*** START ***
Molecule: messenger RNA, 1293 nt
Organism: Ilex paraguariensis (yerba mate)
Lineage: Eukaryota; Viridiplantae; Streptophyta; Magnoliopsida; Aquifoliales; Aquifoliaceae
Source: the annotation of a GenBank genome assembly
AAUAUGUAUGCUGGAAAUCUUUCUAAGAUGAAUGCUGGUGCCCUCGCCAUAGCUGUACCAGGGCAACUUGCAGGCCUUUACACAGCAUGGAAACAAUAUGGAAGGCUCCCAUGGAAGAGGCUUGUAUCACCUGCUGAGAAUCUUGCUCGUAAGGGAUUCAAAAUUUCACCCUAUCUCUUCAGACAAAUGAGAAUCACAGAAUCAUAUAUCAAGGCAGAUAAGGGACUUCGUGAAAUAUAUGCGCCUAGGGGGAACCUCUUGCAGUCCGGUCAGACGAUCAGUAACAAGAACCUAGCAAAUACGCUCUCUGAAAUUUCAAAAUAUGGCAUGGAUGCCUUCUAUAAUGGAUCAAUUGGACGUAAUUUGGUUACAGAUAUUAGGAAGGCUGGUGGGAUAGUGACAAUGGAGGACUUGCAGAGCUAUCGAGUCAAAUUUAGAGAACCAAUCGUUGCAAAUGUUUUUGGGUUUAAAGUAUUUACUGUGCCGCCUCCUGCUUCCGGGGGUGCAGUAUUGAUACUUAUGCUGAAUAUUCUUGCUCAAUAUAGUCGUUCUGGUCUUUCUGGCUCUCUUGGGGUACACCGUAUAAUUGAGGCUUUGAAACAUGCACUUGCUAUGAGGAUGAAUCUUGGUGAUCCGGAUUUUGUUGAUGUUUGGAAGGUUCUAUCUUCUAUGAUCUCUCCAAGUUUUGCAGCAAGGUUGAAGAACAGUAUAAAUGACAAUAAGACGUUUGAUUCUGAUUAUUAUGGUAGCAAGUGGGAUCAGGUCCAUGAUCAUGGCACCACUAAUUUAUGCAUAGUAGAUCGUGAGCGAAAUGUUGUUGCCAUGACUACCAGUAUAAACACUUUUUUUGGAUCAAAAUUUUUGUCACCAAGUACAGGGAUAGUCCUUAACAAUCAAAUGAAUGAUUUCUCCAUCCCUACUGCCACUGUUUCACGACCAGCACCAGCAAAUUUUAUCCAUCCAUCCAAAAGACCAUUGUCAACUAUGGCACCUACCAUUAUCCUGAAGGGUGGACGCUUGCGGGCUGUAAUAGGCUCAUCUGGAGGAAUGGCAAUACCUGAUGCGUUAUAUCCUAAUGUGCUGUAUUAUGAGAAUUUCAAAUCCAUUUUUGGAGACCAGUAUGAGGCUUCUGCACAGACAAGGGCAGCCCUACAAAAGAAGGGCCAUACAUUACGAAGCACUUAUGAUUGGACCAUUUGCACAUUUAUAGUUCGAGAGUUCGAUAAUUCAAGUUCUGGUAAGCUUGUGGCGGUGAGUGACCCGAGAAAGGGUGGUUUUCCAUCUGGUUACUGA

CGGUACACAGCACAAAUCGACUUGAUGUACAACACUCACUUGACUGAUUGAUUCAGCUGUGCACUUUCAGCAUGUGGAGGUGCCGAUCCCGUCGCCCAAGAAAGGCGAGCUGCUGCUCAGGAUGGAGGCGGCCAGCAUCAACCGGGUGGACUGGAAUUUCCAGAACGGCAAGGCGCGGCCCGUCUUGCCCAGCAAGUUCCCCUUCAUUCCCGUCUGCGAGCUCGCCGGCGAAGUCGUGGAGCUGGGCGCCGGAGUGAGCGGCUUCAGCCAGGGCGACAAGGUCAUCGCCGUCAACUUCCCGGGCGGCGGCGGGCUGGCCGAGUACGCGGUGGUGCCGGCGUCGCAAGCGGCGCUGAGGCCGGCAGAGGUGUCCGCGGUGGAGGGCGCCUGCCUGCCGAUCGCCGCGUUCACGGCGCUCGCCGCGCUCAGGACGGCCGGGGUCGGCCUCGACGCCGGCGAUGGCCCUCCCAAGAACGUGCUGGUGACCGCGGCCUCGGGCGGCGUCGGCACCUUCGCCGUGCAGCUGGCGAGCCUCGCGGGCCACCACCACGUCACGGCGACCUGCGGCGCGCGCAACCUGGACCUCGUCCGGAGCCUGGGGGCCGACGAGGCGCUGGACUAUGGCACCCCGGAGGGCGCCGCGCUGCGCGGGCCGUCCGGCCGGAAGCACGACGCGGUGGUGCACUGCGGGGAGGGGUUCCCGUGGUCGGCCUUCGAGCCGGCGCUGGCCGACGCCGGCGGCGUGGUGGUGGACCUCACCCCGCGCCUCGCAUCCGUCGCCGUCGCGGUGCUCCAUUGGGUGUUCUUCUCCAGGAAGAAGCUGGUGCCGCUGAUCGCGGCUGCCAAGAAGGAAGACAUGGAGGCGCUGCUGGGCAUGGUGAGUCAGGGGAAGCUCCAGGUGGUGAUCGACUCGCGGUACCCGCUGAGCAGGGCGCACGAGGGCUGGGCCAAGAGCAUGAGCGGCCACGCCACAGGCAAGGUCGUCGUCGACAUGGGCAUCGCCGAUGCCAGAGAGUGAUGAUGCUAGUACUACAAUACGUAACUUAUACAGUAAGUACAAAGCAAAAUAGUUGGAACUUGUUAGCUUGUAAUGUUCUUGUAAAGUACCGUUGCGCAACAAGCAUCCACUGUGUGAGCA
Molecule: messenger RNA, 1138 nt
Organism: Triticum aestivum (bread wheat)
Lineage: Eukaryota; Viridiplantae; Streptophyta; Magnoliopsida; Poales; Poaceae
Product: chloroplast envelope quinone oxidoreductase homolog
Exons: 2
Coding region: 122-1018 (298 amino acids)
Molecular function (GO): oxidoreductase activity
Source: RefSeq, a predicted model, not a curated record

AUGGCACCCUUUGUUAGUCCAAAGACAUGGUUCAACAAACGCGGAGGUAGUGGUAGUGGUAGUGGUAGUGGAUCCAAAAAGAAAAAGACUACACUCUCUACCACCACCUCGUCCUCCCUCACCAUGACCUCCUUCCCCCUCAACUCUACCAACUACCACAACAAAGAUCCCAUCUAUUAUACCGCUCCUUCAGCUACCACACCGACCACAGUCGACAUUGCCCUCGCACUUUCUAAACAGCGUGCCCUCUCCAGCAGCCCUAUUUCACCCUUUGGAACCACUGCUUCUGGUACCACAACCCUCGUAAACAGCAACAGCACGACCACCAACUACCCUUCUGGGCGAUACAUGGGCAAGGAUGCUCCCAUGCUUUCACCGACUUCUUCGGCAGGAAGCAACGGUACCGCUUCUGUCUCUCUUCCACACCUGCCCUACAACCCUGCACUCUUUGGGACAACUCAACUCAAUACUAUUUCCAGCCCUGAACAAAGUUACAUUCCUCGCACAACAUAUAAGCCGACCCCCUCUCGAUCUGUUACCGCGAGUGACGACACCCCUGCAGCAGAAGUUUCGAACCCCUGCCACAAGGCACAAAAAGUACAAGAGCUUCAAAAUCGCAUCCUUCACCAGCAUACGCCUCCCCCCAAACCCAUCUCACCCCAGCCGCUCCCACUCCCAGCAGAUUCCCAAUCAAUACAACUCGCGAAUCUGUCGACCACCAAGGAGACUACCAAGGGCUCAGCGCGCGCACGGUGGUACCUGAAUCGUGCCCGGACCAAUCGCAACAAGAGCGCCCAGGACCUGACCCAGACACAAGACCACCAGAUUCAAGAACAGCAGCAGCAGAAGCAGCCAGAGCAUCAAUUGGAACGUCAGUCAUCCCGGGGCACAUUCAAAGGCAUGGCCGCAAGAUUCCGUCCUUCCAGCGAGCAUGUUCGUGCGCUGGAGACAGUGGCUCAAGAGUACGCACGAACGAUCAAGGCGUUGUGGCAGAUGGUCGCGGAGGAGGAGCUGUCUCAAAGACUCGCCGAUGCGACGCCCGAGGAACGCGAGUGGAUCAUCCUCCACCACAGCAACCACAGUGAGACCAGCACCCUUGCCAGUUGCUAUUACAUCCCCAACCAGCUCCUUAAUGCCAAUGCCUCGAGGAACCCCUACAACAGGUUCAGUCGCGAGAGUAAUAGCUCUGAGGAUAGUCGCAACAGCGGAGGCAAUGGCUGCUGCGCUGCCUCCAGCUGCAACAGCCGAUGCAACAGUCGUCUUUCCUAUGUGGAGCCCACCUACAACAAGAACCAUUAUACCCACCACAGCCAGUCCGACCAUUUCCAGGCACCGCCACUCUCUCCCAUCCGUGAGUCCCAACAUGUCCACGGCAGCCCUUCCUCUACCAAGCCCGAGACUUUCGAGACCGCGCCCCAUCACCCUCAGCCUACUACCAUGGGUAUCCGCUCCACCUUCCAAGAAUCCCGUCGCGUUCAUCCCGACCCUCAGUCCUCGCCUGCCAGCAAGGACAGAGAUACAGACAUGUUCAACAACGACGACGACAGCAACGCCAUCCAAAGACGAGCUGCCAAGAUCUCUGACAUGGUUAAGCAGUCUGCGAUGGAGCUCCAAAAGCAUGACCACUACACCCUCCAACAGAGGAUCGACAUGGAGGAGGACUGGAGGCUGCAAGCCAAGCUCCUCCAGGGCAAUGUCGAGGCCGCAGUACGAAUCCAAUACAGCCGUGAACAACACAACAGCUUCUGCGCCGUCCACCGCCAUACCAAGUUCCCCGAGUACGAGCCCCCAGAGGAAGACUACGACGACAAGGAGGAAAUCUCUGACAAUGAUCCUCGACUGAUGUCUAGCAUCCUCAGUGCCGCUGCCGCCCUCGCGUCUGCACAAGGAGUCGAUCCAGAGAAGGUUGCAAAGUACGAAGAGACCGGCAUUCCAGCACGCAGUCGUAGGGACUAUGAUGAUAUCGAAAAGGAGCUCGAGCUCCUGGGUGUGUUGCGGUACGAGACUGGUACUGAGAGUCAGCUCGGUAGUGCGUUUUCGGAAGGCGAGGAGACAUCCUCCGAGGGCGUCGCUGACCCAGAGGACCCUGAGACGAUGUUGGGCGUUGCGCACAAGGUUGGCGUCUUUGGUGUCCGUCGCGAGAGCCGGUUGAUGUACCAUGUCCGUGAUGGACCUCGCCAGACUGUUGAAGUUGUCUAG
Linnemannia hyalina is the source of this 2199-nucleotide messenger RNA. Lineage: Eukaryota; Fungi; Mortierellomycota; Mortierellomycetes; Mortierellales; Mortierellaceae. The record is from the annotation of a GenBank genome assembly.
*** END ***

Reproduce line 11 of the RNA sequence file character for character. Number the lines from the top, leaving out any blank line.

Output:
Exons: 2